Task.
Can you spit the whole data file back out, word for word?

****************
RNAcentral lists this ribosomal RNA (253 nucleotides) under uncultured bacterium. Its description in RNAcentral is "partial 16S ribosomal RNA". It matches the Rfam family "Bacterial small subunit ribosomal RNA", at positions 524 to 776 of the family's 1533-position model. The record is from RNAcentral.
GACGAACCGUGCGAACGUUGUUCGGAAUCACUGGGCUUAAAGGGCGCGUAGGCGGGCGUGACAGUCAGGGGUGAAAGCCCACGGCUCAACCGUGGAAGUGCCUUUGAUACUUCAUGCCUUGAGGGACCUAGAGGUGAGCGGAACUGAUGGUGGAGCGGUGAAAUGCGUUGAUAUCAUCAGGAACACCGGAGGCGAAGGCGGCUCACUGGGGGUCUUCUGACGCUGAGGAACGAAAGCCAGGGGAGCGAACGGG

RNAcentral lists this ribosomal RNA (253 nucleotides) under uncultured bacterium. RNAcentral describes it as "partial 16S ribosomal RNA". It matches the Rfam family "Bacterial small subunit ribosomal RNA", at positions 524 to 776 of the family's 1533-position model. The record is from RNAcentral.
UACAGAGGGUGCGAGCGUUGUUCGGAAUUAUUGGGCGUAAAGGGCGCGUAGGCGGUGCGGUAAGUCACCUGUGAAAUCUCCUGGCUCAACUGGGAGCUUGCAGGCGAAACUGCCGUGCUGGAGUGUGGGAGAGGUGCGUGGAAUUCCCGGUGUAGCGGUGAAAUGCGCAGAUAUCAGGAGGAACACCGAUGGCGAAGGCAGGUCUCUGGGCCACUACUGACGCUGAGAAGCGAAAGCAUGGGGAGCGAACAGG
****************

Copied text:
RNAcentral lists this ribosomal RNA (253 nucleotides) under uncultured bacterium. Its description in RNAcentral is "partial 16S ribosomal RNA". It matches the Rfam family "Bacterial small subunit ribosomal RNA", at positions 524 to 776 of the family's 1533-position model. The record is from RNAcentral.
GACGAACCGUGCGAACGUUGUUCGGAAUCACUGGGCUUAAAGGGCGCGUAGGCGGGCGUGACAGUCAGGGGUGAAAGCCCACGGCUCAACCGUGGAAGUGCCUUUGAUACUUCAUGCCUUGAGGGACCUAGAGGUGAGCGGAACUGAUGGUGGAGCGGUGAAAUGCGUUGAUAUCAUCAGGAACACCGGAGGCGAAGGCGGCUCACUGGGGGUCUUCUGACGCUGAGGAACGAAAGCCAGGGGAGCGAACGGG

RNAcentral lists this ribosomal RNA (253 nucleotides) under uncultured bacterium. RNAcentral describes it as "partial 16S ribosomal RNA". It matches the Rfam family "Bacterial small subunit ribosomal RNA", at positions 524 to 776 of the family's 1533-position model. The record is from RNAcentral.
UACAGAGGGUGCGAGCGUUGUUCGGAAUUAUUGGGCGUAAAGGGCGCGUAGGCGGUGCGGUAAGUCACCUGUGAAAUCUCCUGGCUCAACUGGGAGCUUGCAGGCGAAACUGCCGUGCUGGAGUGUGGGAGAGGUGCGUGGAAUUCCCGGUGUAGCGGUGAAAUGCGCAGAUAUCAGGAGGAACACCGAUGGCGAAGGCAGGUCUCUGGGCCACUACUGACGCUGAGAAGCGAAAGCAUGGGGAGCGAACAGG